Class C fire extinguishers

• Fires in energized electrical equipment


• Include carbon dioxide and dry chemical

• Carbon dioxide : best universal fire


extinguisher for computer equipment
Class D fire extinguishers

• Includes fires of combustible and reactive


metals such as sodium, potassium,
magnesium, lithium
• Contain dry powder medium that does not
react or combine with the burning materials
Class ABC fire extinguishers

• Most common used type of extinguisher in


the lab
Fire Safety

• National Fire Protection Association’s key


word for action: RACE
– Rescue anyone in danger.
– Sound the Alarm.
– Contain the fire by closing doors and/or
windows.
– Extinguish/Evacuate.
Chemical Safety

• Chemicals that produce a toxic or irritant


vapor must be used only in an approved
chemical hood.
• A chemical-resistant apron and face shield
should be worn if there’s a danger of
splashing.
• Eye wash station and safety shower
Radiation Exposure

• Phlebotomists must be aware of the


institution’s radiation safety procedures.
• Phlebotomist may need to be shielded with a
special apron or cover gown
• Monitoring devices for exposure may include
a badge to detect exposure to radioactivity.
Electrical Safety

• Most common electrical equipment a


phlebotomist uses is a centrifuge
• Other electrical equipment includes
computers, fans, and space heaters.
• Equipment must be tested for safety and
proper operation.
Latex Allergy
• Growing concern in healthcare
• Allergic reactions to latex
– Type IV latex allergy
• Irritant contact dermatitis resulting in skin irritation
• Symptoms begin 24 to 72 hours after exposure
– Type I latex allergy
• More serious (symptoms: nausea, low BP, respiratory
distress)
• Immunologic reaction up to anaphylactic shock (life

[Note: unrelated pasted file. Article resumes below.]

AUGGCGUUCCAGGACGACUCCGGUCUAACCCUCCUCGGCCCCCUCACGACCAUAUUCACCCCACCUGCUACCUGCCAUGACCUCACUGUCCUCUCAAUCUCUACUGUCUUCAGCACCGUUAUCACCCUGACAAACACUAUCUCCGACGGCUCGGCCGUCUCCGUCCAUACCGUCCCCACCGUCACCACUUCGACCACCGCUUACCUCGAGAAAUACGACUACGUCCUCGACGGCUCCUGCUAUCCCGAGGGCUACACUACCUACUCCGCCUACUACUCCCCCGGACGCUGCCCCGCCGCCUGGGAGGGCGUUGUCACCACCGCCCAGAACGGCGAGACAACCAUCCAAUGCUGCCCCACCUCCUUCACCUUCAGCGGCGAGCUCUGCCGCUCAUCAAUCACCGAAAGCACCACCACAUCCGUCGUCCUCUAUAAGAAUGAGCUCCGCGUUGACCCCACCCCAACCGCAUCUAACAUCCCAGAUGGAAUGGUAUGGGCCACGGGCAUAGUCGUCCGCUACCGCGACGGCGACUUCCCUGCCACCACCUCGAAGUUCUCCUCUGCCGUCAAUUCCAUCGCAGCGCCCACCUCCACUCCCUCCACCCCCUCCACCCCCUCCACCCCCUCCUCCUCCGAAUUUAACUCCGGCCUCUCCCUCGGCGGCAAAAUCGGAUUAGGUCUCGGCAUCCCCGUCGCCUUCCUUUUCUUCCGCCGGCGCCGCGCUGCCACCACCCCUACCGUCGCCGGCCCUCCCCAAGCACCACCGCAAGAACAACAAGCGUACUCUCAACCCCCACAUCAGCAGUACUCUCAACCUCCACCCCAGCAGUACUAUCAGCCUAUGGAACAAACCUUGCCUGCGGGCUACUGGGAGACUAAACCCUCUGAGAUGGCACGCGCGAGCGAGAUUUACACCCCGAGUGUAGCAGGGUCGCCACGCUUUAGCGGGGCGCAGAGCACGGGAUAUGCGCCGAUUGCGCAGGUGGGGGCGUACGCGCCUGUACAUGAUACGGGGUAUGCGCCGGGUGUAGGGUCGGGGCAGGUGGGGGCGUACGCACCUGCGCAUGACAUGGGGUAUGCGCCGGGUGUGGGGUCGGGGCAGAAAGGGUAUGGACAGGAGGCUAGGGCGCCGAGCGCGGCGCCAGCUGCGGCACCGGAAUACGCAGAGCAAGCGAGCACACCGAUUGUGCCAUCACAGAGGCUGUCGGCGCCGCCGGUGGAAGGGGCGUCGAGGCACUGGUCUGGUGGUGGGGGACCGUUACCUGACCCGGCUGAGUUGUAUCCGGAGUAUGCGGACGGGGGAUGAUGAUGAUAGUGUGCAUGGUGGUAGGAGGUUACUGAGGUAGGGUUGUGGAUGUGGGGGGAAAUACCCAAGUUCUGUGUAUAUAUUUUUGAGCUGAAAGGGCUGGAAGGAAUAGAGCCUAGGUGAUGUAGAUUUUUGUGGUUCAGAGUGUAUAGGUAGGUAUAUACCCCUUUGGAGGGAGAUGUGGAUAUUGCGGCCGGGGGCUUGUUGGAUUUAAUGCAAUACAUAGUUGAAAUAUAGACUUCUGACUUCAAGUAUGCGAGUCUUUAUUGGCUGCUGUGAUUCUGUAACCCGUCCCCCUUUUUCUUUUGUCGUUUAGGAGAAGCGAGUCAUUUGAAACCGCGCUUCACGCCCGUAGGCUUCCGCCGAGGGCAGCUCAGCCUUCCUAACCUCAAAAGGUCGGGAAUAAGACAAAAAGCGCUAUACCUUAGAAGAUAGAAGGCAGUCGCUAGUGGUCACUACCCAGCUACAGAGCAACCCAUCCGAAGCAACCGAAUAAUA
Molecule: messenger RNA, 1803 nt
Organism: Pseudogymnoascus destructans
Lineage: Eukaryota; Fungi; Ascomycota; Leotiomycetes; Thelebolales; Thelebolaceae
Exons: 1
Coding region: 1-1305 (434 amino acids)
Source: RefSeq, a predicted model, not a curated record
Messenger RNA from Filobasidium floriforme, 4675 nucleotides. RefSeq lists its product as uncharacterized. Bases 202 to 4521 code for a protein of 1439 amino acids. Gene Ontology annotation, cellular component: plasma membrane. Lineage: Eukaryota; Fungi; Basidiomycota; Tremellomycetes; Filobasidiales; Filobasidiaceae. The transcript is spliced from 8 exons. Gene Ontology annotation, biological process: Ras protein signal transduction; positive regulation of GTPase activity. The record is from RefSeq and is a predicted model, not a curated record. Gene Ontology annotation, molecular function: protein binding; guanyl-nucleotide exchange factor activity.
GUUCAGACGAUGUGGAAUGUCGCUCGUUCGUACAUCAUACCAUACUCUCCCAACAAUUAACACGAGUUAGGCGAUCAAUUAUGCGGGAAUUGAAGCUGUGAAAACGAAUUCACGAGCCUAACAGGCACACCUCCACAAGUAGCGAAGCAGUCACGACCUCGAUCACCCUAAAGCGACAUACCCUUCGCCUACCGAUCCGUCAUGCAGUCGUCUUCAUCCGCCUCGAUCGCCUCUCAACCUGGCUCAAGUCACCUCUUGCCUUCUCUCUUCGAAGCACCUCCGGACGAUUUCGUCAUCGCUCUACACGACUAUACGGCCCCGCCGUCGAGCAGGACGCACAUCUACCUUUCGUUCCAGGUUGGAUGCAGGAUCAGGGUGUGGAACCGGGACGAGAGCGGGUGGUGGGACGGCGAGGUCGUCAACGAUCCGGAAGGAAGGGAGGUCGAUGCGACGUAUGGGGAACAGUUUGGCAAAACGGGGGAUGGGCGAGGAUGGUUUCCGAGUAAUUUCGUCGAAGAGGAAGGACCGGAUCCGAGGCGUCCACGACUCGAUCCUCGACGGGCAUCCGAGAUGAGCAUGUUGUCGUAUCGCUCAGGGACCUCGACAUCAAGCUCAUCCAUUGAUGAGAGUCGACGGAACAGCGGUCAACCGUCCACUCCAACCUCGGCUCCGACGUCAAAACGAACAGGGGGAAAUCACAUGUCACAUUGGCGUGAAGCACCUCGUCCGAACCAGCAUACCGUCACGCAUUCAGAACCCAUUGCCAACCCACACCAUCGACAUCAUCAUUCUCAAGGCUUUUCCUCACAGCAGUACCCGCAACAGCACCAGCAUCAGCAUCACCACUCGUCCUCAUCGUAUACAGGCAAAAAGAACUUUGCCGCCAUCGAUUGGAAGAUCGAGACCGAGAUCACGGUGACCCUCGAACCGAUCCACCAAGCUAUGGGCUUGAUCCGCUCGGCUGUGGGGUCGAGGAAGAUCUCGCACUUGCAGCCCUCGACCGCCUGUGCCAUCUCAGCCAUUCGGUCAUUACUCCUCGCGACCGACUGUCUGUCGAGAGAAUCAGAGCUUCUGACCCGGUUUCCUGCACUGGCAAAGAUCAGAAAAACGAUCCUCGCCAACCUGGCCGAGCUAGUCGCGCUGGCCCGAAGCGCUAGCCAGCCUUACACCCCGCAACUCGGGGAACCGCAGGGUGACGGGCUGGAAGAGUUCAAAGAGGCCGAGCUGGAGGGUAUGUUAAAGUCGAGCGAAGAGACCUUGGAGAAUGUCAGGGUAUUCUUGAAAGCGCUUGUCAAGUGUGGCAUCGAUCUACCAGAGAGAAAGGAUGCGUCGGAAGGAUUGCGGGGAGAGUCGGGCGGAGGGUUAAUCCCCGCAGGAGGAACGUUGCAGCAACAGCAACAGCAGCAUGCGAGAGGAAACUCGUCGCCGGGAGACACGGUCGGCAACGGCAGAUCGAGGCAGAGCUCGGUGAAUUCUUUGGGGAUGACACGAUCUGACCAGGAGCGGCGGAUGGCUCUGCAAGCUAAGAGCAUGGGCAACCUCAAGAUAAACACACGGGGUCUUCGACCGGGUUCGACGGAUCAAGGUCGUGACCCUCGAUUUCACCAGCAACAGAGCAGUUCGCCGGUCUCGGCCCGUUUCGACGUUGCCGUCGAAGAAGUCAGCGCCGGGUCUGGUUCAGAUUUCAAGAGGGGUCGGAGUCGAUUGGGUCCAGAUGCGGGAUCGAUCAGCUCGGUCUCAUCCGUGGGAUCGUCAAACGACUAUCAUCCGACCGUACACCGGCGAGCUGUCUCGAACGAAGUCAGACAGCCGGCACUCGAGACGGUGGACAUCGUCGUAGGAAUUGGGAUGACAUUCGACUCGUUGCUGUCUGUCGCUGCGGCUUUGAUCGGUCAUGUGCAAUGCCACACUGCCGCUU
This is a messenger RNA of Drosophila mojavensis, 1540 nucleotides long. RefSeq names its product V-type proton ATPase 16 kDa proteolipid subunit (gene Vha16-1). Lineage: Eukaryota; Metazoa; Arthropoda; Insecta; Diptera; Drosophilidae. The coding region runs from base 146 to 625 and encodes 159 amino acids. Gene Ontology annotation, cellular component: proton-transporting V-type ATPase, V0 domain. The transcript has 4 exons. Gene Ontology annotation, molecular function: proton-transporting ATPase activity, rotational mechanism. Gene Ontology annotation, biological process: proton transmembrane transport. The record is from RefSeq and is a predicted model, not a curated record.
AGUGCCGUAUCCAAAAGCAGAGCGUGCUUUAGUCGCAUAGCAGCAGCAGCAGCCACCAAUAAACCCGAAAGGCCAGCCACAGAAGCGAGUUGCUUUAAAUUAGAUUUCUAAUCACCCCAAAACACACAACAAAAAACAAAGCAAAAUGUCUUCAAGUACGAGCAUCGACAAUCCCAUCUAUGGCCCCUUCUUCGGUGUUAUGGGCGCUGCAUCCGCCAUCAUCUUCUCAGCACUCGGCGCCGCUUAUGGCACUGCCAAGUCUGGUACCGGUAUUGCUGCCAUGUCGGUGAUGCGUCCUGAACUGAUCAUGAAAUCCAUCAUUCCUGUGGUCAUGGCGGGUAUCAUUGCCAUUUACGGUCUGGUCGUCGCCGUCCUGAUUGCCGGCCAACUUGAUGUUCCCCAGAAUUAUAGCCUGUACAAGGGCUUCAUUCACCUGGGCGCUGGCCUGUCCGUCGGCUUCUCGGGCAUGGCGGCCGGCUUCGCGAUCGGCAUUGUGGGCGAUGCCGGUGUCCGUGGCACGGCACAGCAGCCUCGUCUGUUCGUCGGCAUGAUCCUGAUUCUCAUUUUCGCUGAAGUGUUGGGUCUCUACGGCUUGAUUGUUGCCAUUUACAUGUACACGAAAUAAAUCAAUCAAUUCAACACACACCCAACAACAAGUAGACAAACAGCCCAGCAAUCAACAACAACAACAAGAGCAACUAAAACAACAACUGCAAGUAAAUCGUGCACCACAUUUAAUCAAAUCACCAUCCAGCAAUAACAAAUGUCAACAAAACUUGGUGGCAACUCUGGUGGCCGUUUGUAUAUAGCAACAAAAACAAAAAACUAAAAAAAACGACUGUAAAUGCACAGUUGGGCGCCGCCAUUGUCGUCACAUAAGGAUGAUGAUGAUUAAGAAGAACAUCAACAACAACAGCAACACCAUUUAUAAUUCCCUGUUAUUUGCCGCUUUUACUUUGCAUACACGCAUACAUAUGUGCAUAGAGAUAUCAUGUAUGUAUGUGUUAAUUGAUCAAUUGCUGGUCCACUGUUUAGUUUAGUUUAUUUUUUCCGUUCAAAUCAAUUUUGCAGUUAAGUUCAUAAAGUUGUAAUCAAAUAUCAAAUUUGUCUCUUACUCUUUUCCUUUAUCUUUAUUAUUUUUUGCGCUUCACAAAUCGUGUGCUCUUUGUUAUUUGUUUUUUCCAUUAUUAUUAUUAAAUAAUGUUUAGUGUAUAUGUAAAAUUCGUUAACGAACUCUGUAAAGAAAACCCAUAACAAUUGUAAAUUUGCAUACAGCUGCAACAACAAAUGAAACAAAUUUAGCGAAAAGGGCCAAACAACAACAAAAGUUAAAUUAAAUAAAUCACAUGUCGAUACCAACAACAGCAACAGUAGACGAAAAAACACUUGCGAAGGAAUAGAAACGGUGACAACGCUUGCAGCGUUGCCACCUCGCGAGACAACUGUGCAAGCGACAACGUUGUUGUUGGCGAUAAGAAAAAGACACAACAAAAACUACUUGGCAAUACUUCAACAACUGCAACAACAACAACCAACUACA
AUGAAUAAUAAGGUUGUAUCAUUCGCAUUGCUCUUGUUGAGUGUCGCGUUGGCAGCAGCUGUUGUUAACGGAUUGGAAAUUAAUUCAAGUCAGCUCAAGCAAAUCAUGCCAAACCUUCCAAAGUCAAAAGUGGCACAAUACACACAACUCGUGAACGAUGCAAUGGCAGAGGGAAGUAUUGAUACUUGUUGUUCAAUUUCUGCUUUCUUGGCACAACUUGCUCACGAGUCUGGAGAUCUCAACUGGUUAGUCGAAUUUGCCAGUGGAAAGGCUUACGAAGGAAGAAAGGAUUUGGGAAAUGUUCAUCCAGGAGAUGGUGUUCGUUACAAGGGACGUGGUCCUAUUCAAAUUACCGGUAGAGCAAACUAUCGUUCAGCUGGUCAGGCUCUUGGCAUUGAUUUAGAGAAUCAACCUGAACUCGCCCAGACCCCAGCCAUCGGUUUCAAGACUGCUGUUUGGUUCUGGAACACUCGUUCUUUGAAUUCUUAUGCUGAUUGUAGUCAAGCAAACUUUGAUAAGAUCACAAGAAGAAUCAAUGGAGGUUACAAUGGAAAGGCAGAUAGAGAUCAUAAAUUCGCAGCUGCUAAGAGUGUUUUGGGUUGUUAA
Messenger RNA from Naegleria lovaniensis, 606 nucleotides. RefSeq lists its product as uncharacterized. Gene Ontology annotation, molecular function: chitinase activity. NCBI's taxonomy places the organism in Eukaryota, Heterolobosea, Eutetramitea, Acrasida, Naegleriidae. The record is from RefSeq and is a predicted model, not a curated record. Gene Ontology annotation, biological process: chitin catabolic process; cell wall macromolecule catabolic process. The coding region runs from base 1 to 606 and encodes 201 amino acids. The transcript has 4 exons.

threatening)
Requirements for disposal of
waste
• Alter the product so no one can remove used
needles or syringes or other devices for their
own personal use or be injured by an
exposed sharp

• The waste must be rendered noninfectious


so people handling it will not become
infected and the environment will not be
contaminated
Disposal of Infectious Materials

• Must be by:
– Incineration
– Chemical treatment
– Autoclave
incinerator

• Waste is burned to ashes- potentially kills


microorganisms, makes items nonusable
Chemical treatment

• Waste is grinded or chopped into smaller


pellets then treated with disinfectant
autoclave

• Steam sterilization technique


Prevention of Needlestick
Injuries
• Eliminate use of needles when safe and
effective alternatives are available.
• Implement the use of devices with safety
features and evaluate their use.
Prevention of Needlestick
Injuries (cont.)
• Identify hazards and injury trends.
• Set priorities and strategies for prevention.
• Ensure health care workers are properly
trained in safe use and disposal of needles
and sharps.
Response to Accidental
• Biohazard Exposure
Wash exposed area with soap and water
• Report incident to supervisor immediately
• Exposed associate must be tested for HIV and
HBV if consent is given
• Source individual’s blood is tested for HIV and
HBV if consent is given
Response to Accidental
Biohazard Exposure
• If source patient refuses testing, is HIV or HBV
positive, or is in a high-risk category, associate
may elect to receive prophylactic treatment